In the introduction to Mayor Vera Katz's final State of the City address, the emcee ticked off a few of the city's accomplishments under her watch: Voted "most livable city" by Money magazine. Voted best bicycling city by Bicycle magazine. But a few of her more dubious accomplishments weren't mentioned: During Katz's tenure, Portland's unemployment rate rocketed to the highest in the country and, in spite of our national reputation for bike commuters, Katz employed (at the city's expense) a chauffer.

In two weeks, Katz will leave office after 12 years as the city's mayor. Last Friday, she spent the lunch hour addressing a packed auditorium at the Governor Hotel.

Like the rest of her tenure, Katz's speech was marked with confidence and grand claims that, on closer scrutiny, don't hold up. Her tone was familiar to prior State of the City speeches, in which Katz made illustrious promises; most of which never came to fruition. At various times, she promised to make cleaning up the Willamette River a priority. Yet, over 12 years, the pollution levels in what Katz called on Friday the "city's crown jewel" worsened.

She also routinely pledged to bring about more police accountability. But Katz lorded over a police bureau that rapidly burned through five chiefs. Her inability to install firm leadership allowed several disturbing trends to evolve within the police bureau. For example, when Katz took office in 1992, community policing was at an all-time high; two weeks ago, the city settled a $300,000 lawsuit when police pepper-sprayed an infant at a Bush protest and beat up peaceful protesters at anti-war demonstrations.

When Kendra James, an unarmed African American woman, was shot during a routine traffic stop in 2002, Katz promised to host a community forum--but then canceled that meeting, ultimately re-scheduling it for a few months later. By that time, community anger had swelled to a frightening level.

In her final address last Friday, Katz did not make mention of the police force. But she did talk about her most notable accomplishments over the past year--temporarily solving the city's moratorium on murals. (In 1996, under Katz's direction, city council tried to ban billboards, but this restrictive sign code also had the effect of restricting murals around town--not to mention bringing about a lawsuit from Clear Channel, who called the restrictions unconstitutional. They won a still unpaid $1 million settlement against the city.)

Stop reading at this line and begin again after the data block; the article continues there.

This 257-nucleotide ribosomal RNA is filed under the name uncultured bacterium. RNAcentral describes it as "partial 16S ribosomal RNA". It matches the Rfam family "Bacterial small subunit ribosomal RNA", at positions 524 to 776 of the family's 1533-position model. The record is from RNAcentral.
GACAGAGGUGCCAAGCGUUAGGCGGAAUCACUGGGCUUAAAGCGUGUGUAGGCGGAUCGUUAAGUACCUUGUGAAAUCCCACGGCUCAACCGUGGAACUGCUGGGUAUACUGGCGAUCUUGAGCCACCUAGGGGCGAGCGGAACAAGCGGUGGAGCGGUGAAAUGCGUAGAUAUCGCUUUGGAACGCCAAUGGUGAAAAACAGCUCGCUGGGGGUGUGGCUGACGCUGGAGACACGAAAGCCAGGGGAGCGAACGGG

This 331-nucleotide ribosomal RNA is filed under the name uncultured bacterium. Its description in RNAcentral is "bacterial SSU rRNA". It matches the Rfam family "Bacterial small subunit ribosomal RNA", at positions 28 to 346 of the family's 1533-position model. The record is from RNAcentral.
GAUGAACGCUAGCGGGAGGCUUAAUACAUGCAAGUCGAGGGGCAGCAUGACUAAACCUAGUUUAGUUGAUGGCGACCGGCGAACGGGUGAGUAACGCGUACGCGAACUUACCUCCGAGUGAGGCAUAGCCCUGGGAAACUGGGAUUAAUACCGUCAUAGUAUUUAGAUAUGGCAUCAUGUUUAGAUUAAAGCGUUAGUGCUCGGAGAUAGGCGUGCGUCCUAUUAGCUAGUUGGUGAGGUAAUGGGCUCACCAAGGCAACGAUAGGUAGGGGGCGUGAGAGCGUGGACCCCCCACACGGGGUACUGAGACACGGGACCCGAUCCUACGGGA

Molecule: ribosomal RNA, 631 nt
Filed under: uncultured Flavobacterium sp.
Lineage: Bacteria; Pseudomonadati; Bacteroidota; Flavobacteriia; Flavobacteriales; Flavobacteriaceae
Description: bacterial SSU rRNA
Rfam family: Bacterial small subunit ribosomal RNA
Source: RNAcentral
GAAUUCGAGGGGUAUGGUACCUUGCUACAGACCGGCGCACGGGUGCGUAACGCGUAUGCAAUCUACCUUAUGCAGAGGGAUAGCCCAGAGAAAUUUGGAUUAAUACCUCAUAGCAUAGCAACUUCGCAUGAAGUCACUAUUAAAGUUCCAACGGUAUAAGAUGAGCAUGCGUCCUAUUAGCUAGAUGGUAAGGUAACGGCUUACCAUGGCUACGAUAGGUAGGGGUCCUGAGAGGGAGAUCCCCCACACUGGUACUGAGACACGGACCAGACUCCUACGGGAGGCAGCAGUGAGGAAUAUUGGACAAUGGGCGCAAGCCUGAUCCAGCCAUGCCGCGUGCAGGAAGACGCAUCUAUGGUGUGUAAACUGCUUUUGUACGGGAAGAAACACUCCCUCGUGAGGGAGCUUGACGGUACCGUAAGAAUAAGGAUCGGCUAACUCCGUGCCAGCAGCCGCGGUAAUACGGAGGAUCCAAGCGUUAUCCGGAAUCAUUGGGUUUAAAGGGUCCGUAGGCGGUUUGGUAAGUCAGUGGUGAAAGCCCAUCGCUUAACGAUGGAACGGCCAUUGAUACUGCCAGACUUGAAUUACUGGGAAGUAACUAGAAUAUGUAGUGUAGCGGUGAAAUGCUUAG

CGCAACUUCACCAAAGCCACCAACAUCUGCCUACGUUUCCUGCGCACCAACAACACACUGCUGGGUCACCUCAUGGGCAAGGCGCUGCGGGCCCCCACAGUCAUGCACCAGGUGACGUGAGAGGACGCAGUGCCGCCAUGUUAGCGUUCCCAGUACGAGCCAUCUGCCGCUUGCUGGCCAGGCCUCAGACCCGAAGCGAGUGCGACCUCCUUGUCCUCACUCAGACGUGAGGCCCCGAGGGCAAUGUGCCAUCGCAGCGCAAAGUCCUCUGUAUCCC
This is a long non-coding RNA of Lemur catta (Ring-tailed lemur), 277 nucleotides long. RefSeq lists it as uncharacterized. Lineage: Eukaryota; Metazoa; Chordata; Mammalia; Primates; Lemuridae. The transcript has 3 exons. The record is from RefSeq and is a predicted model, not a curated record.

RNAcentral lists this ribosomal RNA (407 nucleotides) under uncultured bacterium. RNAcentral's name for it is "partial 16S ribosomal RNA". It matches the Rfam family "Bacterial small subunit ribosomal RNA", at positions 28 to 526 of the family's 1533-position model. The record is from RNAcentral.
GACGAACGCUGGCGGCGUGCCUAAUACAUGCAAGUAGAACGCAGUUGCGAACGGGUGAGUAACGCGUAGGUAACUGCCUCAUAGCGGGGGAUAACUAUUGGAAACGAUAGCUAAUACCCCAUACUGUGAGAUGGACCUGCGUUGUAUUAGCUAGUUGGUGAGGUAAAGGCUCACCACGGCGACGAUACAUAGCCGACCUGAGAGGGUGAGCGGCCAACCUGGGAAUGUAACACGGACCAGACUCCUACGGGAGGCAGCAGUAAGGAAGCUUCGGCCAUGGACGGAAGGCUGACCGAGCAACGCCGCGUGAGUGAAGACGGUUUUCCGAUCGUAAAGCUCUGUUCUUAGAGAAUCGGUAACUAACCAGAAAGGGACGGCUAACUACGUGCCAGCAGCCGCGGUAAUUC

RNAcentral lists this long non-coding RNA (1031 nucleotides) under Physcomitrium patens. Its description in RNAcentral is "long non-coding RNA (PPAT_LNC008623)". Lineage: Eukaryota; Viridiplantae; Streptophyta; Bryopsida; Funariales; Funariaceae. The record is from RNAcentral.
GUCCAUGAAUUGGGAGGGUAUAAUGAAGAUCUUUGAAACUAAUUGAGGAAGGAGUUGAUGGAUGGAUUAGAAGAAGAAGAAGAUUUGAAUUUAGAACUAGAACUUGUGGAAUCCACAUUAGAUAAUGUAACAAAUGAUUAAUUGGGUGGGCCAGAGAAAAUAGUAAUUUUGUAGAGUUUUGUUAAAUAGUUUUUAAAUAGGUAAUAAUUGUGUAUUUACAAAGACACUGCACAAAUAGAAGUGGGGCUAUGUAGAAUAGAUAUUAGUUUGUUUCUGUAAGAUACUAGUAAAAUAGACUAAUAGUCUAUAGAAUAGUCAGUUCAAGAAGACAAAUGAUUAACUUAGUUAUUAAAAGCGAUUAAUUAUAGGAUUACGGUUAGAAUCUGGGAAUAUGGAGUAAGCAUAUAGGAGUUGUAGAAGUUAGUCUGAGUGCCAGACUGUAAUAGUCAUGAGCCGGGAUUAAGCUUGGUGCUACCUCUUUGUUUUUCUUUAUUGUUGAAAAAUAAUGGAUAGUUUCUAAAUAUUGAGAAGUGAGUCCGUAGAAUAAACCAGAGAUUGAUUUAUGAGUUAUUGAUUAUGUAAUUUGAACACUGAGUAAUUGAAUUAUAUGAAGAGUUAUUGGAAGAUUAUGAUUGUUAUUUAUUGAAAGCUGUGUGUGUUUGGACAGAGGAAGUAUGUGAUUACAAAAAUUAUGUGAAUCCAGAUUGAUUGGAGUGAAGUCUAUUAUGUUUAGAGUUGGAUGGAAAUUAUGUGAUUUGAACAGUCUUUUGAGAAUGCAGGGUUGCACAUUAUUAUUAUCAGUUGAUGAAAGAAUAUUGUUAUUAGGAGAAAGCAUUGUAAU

Katz punctuated that section of the State of the City address by admonishing council members to: "Say 'no' to Clear Channel." A lofty sentiment, but it fails to deal with the reality that the city still owes $1 million to the communication giant--a sum that continues to grow with interest, as Katz never figured out how to pay it.

During her tenure, Katz preferred to plow forward with unrealistic ideas and philosophies rather than consider differing viewpoints. Even after it was clear that Portland would not attract a major league baseball team--and after both Tom Potter and Jim Francesconi had publicly spoken out against the idea--Katz continued to work on the project, going so far as to employ a firm (at $80,000 annually) to lobby for the Expos, and to patch together a tax plan to finance a $350 million stadium.

Katz concluded her State of the City speech by addressing mayor-elect Potter, who sat front and center in the audience.

"He comes into office, as I did, brimming with new ideas and enthusiasm," she said. "He will also, as I did, confront problems he didn't foresee, or grab at opportunities he hasn't yet envisioned."

Potter inherits from Katz a litany of issues--including police accountability, a sluggish economy, and flagging faith in government. But he also inherits from Katz what might be his best lesson: To succeed, it is not just about talk and promises--it's about delivering those ideas to fruition.